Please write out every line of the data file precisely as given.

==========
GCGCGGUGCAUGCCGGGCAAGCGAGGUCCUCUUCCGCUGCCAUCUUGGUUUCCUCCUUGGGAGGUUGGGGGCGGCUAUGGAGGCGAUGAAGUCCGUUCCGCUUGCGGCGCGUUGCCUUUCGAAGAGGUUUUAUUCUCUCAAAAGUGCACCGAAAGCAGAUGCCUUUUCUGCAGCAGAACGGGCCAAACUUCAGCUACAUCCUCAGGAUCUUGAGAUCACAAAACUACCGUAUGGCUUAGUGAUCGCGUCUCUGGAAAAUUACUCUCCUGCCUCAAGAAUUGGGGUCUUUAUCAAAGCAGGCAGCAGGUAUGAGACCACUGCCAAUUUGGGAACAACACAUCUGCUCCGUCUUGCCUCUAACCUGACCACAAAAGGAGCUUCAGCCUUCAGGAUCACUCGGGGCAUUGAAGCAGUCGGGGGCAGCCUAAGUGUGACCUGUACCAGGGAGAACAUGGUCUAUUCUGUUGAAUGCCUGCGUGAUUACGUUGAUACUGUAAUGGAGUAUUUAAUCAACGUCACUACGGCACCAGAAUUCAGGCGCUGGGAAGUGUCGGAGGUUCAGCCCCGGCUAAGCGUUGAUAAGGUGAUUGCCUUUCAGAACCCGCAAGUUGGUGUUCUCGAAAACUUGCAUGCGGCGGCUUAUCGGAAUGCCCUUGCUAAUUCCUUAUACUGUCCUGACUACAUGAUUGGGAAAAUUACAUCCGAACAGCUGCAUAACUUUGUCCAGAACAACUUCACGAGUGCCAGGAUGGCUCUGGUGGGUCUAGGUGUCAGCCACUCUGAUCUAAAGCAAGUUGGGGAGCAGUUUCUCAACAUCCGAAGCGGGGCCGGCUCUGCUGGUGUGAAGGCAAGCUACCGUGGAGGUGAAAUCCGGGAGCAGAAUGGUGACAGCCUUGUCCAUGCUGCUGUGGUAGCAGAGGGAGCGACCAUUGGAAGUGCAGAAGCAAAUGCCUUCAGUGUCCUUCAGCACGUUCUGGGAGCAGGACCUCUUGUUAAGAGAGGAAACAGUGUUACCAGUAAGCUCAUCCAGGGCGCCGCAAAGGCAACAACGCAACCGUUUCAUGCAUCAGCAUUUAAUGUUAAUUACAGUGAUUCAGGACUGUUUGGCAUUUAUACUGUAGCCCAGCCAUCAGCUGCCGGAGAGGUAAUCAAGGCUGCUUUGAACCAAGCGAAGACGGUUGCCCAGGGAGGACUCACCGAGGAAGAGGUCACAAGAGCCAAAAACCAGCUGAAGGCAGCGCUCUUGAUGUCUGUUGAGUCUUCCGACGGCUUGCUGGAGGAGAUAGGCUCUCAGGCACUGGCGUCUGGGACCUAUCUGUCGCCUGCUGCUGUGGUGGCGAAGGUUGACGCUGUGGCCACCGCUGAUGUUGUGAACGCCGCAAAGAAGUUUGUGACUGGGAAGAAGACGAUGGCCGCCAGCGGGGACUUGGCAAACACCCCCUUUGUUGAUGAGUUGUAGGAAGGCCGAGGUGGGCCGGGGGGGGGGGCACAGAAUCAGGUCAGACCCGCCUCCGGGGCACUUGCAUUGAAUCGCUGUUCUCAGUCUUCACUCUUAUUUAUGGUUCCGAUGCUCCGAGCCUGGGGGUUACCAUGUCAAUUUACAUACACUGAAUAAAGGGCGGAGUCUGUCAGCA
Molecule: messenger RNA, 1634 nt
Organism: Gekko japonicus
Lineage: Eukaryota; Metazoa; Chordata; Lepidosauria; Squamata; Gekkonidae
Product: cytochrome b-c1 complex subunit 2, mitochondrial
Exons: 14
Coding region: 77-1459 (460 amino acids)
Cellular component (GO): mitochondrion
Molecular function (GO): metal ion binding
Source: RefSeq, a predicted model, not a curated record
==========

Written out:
GCGCGGUGCAUGCCGGGCAAGCGAGGUCCUCUUCCGCUGCCAUCUUGGUUUCCUCCUUGGGAGGUUGGGGGCGGCUAUGGAGGCGAUGAAGUCCGUUCCGCUUGCGGCGCGUUGCCUUUCGAAGAGGUUUUAUUCUCUCAAAAGUGCACCGAAAGCAGAUGCCUUUUCUGCAGCAGAACGGGCCAAACUUCAGCUACAUCCUCAGGAUCUUGAGAUCACAAAACUACCGUAUGGCUUAGUGAUCGCGUCUCUGGAAAAUUACUCUCCUGCCUCAAGAAUUGGGGUCUUUAUCAAAGCAGGCAGCAGGUAUGAGACCACUGCCAAUUUGGGAACAACACAUCUGCUCCGUCUUGCCUCUAACCUGACCACAAAAGGAGCUUCAGCCUUCAGGAUCACUCGGGGCAUUGAAGCAGUCGGGGGCAGCCUAAGUGUGACCUGUACCAGGGAGAACAUGGUCUAUUCUGUUGAAUGCCUGCGUGAUUACGUUGAUACUGUAAUGGAGUAUUUAAUCAACGUCACUACGGCACCAGAAUUCAGGCGCUGGGAAGUGUCGGAGGUUCAGCCCCGGCUAAGCGUUGAUAAGGUGAUUGCCUUUCAGAACCCGCAAGUUGGUGUUCUCGAAAACUUGCAUGCGGCGGCUUAUCGGAAUGCCCUUGCUAAUUCCUUAUACUGUCCUGACUACAUGAUUGGGAAAAUUACAUCCGAACAGCUGCAUAACUUUGUCCAGAACAACUUCACGAGUGCCAGGAUGGCUCUGGUGGGUCUAGGUGUCAGCCACUCUGAUCUAAAGCAAGUUGGGGAGCAGUUUCUCAACAUCCGAAGCGGGGCCGGCUCUGCUGGUGUGAAGGCAAGCUACCGUGGAGGUGAAAUCCGGGAGCAGAAUGGUGACAGCCUUGUCCAUGCUGCUGUGGUAGCAGAGGGAGCGACCAUUGGAAGUGCAGAAGCAAAUGCCUUCAGUGUCCUUCAGCACGUUCUGGGAGCAGGACCUCUUGUUAAGAGAGGAAACAGUGUUACCAGUAAGCUCAUCCAGGGCGCCGCAAAGGCAACAACGCAACCGUUUCAUGCAUCAGCAUUUAAUGUUAAUUACAGUGAUUCAGGACUGUUUGGCAUUUAUACUGUAGCCCAGCCAUCAGCUGCCGGAGAGGUAAUCAAGGCUGCUUUGAACCAAGCGAAGACGGUUGCCCAGGGAGGACUCACCGAGGAAGAGGUCACAAGAGCCAAAAACCAGCUGAAGGCAGCGCUCUUGAUGUCUGUUGAGUCUUCCGACGGCUUGCUGGAGGAGAUAGGCUCUCAGGCACUGGCGUCUGGGACCUAUCUGUCGCCUGCUGCUGUGGUGGCGAAGGUUGACGCUGUGGCCACCGCUGAUGUUGUGAACGCCGCAAAGAAGUUUGUGACUGGGAAGAAGACGAUGGCCGCCAGCGGGGACUUGGCAAACACCCCCUUUGUUGAUGAGUUGUAGGAAGGCCGAGGUGGGCCGGGGGGGGGGGCACAGAAUCAGGUCAGACCCGCCUCCGGGGCACUUGCAUUGAAUCGCUGUUCUCAGUCUUCACUCUUAUUUAUGGUUCCGAUGCUCCGAGCCUGGGGGUUACCAUGUCAAUUUACAUACACUGAAUAAAGGGCGGAGUCUGUCAGCA
Molecule: messenger RNA, 1634 nt
Organism: Gekko japonicus
Lineage: Eukaryota; Metazoa; Chordata; Lepidosauria; Squamata; Gekkonidae
Product: cytochrome b-c1 complex subunit 2, mitochondrial
Exons: 14
Coding region: 77-1459 (460 amino acids)
Cellular component (GO): mitochondrion
Molecular function (GO): metal ion binding
Source: RefSeq, a predicted model, not a curated record